Sanjoy Sen is a chemical engineer and PPC for Aberdeen North.

With almost 20 years’ experience in engineering, I’m taking my first steps into the world of politics. Like many people in Scotland, I was energised by the referendum. I joined the Conservatives soon afterwards, since I felt they were the only party willing and able to deliver what people wanted: to remain part of the union and to enjoy greater devolution.

I don’t believe you need a medical qualification to work in the Department of Health or a military background to be in the Ministry of Defence. But I do believe that more people with experience outside of politics should bring that experience into politics. That’s what I would seek to do. This article isn’t directly about me, though: instead, here’s my take on the industry I’ve spent most of my career working in.

Out of sight and out of mind (beyond Aberdeen, that is), North Sea oil is arguably the UK’s greatest industrial success story of recent decades. Its economic contribution over the past half-century has been immense; as recently as 2011, the North Sea contributed some £11 billion in tax, employed 450,000 workers and halved our import requirements. Some context, though: UK production and reserves form less than one per cent of the global total. And our economy is highly diversified. A petro-state we clearly are not.

It was in UK waters that deepwater production was pioneered and these are where subsea advances continue to be made – proof positive that Britain still does large and complex engineering. Painful lessons were learned from the 1988 Piper Alpha disaster and there can be no room for complacency. During an offshore visit last year, we were reminded that the Deepwater Horizon rig enjoyed an impressive safety record right until its fatal demise in the Gulf of Mexico. You’re only as safe as the last thing you do.

Some 85 per cent of UK offshore reserves lie closest to Scotland (much of these actually lie closer to Shetland, which prompts an interesting debate as to how these independence-sceptic islands would have handled a Yes vote.) Whilst the 1970s were characterized by the emotive slogan “It’s Scotland’s Oil”, the pre-referendum independence argument centred around bullish revenue projections based on oil prices of $110 per barrel and beyond.

Little wonder, therefore, that the recent crash to $50 or so is provoking much debate; the gap between actual versus predicted revenues is equivalent to the entire Scottish schools budget. Whilst it’s hard to predict when prices are going to fall further, it’s a certainty that at some point they will. And, given the major geo-political forces at play (American shale, Saudi market share strategy, post-Ukraine sanctions on Russia), this current dip might not resolve itself rapidly.

It’s an inescapable fact, therefore, that oil production remains far more significant in the Scottish context (20 per cent of GDP) than in the overall UK context (two per cent). The recent crash throws this into sharp focus: whereas reduced energy costs benefit the wider UK economy (including cheaper fuel for motorists), in Scotland it has resulted in redundancies in the prosperous north-east.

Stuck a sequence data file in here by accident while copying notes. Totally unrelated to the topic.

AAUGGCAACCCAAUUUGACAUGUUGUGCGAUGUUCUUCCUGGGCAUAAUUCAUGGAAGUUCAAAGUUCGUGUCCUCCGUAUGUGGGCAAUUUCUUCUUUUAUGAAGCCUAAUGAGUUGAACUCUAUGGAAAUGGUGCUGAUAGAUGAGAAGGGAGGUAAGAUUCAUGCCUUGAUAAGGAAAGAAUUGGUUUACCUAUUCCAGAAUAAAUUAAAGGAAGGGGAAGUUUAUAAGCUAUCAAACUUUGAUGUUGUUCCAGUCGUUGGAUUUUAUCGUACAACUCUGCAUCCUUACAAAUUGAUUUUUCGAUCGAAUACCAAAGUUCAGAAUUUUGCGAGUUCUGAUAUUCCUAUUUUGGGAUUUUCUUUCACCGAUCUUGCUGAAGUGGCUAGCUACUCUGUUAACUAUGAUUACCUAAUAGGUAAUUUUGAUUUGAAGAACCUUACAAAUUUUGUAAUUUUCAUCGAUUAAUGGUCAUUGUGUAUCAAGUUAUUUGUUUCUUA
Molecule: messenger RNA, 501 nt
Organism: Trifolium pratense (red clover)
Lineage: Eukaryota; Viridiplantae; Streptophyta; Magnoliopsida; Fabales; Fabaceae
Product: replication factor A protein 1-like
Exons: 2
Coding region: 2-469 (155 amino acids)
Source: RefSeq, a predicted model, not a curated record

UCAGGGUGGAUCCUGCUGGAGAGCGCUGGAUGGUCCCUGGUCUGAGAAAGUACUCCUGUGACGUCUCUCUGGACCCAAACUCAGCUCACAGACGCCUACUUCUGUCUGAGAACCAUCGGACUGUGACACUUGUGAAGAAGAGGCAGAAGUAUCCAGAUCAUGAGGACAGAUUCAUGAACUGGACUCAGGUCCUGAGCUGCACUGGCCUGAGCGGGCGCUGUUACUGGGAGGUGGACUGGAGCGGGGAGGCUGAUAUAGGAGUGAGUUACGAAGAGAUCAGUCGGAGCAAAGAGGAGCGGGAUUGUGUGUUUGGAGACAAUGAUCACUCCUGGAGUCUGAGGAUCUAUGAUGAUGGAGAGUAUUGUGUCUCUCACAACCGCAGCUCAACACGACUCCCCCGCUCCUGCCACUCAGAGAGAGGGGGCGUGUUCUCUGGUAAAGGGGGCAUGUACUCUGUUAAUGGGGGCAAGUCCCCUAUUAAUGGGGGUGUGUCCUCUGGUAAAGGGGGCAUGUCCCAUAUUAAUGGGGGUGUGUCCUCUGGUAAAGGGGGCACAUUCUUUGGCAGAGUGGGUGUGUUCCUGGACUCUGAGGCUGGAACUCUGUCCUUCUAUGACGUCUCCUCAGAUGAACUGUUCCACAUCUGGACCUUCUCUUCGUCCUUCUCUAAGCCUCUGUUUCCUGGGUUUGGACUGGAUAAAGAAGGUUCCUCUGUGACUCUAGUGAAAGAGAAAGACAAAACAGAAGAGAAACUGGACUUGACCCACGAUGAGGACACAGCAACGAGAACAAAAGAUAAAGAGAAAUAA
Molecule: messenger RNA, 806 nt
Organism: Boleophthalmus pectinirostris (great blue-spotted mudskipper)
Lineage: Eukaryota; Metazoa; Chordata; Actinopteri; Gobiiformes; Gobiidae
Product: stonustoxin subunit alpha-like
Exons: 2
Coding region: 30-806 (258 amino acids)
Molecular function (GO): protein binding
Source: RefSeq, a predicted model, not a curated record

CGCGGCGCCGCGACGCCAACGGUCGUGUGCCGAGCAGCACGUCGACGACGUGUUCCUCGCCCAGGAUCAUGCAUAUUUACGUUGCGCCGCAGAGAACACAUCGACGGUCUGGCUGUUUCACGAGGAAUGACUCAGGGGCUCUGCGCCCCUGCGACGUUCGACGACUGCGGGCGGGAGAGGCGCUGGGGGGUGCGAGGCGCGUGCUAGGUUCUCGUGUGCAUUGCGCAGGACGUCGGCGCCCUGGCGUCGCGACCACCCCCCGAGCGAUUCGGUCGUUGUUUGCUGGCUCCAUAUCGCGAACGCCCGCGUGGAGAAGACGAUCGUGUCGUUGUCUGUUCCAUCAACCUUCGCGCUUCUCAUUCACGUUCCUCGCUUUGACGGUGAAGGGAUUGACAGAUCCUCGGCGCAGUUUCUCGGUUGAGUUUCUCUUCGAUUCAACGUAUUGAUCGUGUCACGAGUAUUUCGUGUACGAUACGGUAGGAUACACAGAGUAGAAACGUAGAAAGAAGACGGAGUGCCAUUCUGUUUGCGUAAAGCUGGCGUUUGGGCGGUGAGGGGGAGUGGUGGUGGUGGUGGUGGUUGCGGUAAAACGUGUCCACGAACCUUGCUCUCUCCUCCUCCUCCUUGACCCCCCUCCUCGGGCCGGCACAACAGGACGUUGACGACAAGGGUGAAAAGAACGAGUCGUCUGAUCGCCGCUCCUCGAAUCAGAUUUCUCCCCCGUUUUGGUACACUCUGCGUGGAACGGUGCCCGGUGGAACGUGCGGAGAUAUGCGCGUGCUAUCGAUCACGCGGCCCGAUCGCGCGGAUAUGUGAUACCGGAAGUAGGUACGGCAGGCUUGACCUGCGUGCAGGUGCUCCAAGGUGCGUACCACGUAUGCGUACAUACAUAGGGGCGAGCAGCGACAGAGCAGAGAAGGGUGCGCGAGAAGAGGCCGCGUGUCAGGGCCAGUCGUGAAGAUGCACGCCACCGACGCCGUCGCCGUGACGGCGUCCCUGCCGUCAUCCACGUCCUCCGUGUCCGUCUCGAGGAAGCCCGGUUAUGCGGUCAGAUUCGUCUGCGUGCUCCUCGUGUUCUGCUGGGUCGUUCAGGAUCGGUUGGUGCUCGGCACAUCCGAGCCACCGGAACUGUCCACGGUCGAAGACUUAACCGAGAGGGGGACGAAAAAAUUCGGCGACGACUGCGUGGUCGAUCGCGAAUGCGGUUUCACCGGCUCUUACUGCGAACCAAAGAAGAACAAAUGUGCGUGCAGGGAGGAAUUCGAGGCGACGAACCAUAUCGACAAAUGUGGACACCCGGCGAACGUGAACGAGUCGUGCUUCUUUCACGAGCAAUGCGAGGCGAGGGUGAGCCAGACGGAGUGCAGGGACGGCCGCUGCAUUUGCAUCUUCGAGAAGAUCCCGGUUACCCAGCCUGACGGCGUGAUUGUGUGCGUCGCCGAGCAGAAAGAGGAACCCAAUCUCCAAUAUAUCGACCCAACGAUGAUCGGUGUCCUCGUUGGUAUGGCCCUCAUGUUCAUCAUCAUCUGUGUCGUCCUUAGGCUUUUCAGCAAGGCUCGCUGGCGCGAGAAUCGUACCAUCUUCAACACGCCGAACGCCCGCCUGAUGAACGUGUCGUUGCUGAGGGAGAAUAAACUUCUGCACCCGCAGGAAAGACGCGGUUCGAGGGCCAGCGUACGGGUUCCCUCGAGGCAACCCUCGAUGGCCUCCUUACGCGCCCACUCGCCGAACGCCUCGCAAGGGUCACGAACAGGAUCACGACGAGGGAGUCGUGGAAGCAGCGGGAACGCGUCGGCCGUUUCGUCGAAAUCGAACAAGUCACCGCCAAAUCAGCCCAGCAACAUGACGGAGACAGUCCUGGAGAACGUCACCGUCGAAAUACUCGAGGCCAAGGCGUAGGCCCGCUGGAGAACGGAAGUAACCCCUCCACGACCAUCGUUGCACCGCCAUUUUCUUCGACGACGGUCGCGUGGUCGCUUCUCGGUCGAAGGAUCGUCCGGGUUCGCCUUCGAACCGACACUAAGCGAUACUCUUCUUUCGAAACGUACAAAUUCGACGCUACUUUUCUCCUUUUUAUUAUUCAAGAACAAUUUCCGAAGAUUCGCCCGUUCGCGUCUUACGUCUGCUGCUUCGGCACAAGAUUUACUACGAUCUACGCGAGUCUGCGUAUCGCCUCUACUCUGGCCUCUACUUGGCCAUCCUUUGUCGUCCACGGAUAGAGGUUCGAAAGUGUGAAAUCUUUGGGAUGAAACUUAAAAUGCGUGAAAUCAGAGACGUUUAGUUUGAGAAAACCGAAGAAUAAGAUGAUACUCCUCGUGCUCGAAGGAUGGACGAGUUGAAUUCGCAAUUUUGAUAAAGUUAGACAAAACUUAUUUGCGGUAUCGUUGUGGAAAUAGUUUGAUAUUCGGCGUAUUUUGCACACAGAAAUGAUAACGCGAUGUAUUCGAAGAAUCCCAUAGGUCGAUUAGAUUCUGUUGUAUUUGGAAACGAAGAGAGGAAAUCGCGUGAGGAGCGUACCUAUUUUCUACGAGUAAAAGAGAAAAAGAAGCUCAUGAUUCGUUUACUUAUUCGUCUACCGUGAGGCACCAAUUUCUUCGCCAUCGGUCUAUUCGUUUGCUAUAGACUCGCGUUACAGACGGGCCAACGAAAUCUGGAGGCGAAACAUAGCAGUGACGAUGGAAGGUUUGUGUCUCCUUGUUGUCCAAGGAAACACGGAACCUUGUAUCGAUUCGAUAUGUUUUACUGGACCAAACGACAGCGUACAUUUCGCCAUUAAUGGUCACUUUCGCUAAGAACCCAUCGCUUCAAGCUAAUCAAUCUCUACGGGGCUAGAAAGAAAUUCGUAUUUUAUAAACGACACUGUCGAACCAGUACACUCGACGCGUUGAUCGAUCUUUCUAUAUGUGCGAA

When the UK economy remained mired in recession in 2012, George Osborne cited an extended shutdown on the Buzzard field (easily the UK’s top producer) as a contributory factor. A separate Scottish economy could prove even more vulnerable to events that lie outside the control of politicians. The SNP nevertheless remain keen to trade Barnett for the fluctuations of oil revenues, although their Smith Commission demands were more muted in terms of assuming regulatory control.

Newspapers rarely go long without offering another horrified exposé of minimal fiscal contributions by prominent businesses or individuals. North Sea profits, in contrast, are fully payable in the UK and cannot be offset against external losses. Fields typically pay 60 per cent tax, a combination of ring-fenced Corporation Tax (30 per cent) and the Supplementary Charge (30 per cent). Older producers, including the iconic Brent and Forties developments, also pay Petroleum Revenue Tax, generating an eye-watering 80 per cent marginal rate. What industry does enjoy in return are a raft of complex tax breaks to support new developments and, when required, the immense costs of final decommissioning (estimated at £35 billion).

So is the North Sea fiscal regime volatile and unpredictable? Yes – but so are the global market conditions it needs to respond to. Tax rates have historically increased with oil price as successive governments have chased soaring profits. (We’d be somewhat surprised if they didn’t.) More slowly, rates have also come down following price falls. This is the situation we currently find ourselves in: politicians, industry and even trades unions are in broad agreement that further cuts and breaks are urgently required. A softer deal for ‘Big Oil’ is a tough sell ahead of a general election, though.

Following the 12 per cent hike in the Supplementary Charge in 2011, proposed mega-projects such as BP’s Clair Ridge and Total’s Laggan-Tormore remained attractive. Most remaining reserves lie in smaller, marginal reservoirs, however, and these were hit harder. Another critical factor is at play here: despite high taxes, the UK’s political stability has attracted a plethora of international investors eager to acquire divestments from oil majors.